But a few months ago I realized I'm cheating myself. Not just because it's dangerous to be carrying around this extra 30 pounds. I'm very aware that I carry it in the worst place possible, around my middle. I don't need any more news reports telling me I'm at a higher risk for a heart attack because I have a fat stomach, not a big butt. I know, I know.
My mom died at 50, of a stroke. She was overweight most of her adult life. She lost 60 pounds in her mid forties and finally began to enjoy her life. But the stress of decades of obesity had already taken their toll. Her blood vessels were weak. It only took one bursting to take her out of my life at a time I really needed her still. I don't want my kids to live that story too.
I'm cheating myself out of health, and possibly a longer life, but I'm also selling myself short by not taking full advantage of this new technology I click on every day. I have no more mobility excuses. I can snap on that leg and I'm a regular person. I'm a person with two working legs. I can't hide behind a withered foot anymore.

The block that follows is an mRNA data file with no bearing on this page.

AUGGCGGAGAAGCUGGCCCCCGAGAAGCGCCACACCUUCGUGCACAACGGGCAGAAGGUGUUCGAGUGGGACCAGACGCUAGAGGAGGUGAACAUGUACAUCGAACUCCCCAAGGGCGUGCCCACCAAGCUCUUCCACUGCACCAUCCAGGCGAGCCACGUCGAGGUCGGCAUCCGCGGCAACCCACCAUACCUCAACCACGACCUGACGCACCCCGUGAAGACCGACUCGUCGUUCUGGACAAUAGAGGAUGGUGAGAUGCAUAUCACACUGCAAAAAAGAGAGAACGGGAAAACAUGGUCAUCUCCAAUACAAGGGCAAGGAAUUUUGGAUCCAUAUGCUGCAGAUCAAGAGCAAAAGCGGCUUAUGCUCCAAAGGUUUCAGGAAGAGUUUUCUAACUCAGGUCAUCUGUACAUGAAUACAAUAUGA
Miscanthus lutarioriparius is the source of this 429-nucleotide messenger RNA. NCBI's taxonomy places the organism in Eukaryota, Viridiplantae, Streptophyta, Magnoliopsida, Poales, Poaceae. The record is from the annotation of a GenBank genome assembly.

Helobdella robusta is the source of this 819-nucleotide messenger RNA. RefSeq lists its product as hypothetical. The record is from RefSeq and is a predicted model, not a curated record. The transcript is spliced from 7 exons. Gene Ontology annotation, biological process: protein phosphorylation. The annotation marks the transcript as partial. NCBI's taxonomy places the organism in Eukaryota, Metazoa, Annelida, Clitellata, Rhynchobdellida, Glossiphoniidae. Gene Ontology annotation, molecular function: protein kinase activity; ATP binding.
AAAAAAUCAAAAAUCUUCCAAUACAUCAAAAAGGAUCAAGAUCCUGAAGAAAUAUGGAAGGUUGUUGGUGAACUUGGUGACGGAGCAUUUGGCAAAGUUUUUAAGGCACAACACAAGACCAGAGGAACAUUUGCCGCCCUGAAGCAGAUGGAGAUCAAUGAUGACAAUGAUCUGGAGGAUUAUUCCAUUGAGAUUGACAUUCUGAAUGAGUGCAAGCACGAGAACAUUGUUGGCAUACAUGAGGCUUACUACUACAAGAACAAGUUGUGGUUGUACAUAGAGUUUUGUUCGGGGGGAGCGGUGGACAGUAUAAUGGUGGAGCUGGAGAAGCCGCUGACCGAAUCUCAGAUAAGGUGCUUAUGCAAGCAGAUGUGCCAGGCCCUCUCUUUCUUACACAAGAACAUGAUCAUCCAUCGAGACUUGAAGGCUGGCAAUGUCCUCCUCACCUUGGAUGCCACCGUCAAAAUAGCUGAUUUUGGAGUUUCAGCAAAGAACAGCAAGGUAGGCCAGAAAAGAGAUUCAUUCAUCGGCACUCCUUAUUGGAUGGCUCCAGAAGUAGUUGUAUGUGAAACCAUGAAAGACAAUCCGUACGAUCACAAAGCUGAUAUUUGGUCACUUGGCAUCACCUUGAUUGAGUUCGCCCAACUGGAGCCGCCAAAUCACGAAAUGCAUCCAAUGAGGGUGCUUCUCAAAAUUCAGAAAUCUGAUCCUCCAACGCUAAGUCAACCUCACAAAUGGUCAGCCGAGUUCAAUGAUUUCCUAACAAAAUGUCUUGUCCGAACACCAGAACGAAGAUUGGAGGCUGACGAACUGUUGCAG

It's time for me to step up, literally, and get in the best shape of my life.
So I'm starting this blog spot to keep myself motivated. It's not a journal of what I've eaten or how many miles I've biked. It's a place to explore this issue of weight and fitness, and why it matters so much to me. I've never been a vain person. I couldn't afford to be. To care about what people thought put me at too much of a risk. If what they thought mattered, I didn't have a prayer. I'd never measure up, so why try?
But I do care about my fitness. For myself I care. For my kids and for my best friend, who I happen to be married to, I care. So today I start.
It was literally twenty degrees below zero this morning in our mud room. I wanted to skip the gym today. I actually planned to 'just wait till tomorrow'. But then my 19 year old daughter came downstairs and said she was headed to the gym at eleven, did I want to come? This beautiful girl who happens to already be my height, and walks around at my ideal body weight, motivated me to change into gym clothes and get moving.
It's time to take advantage of the opportunities that are in front of me. It's time to start.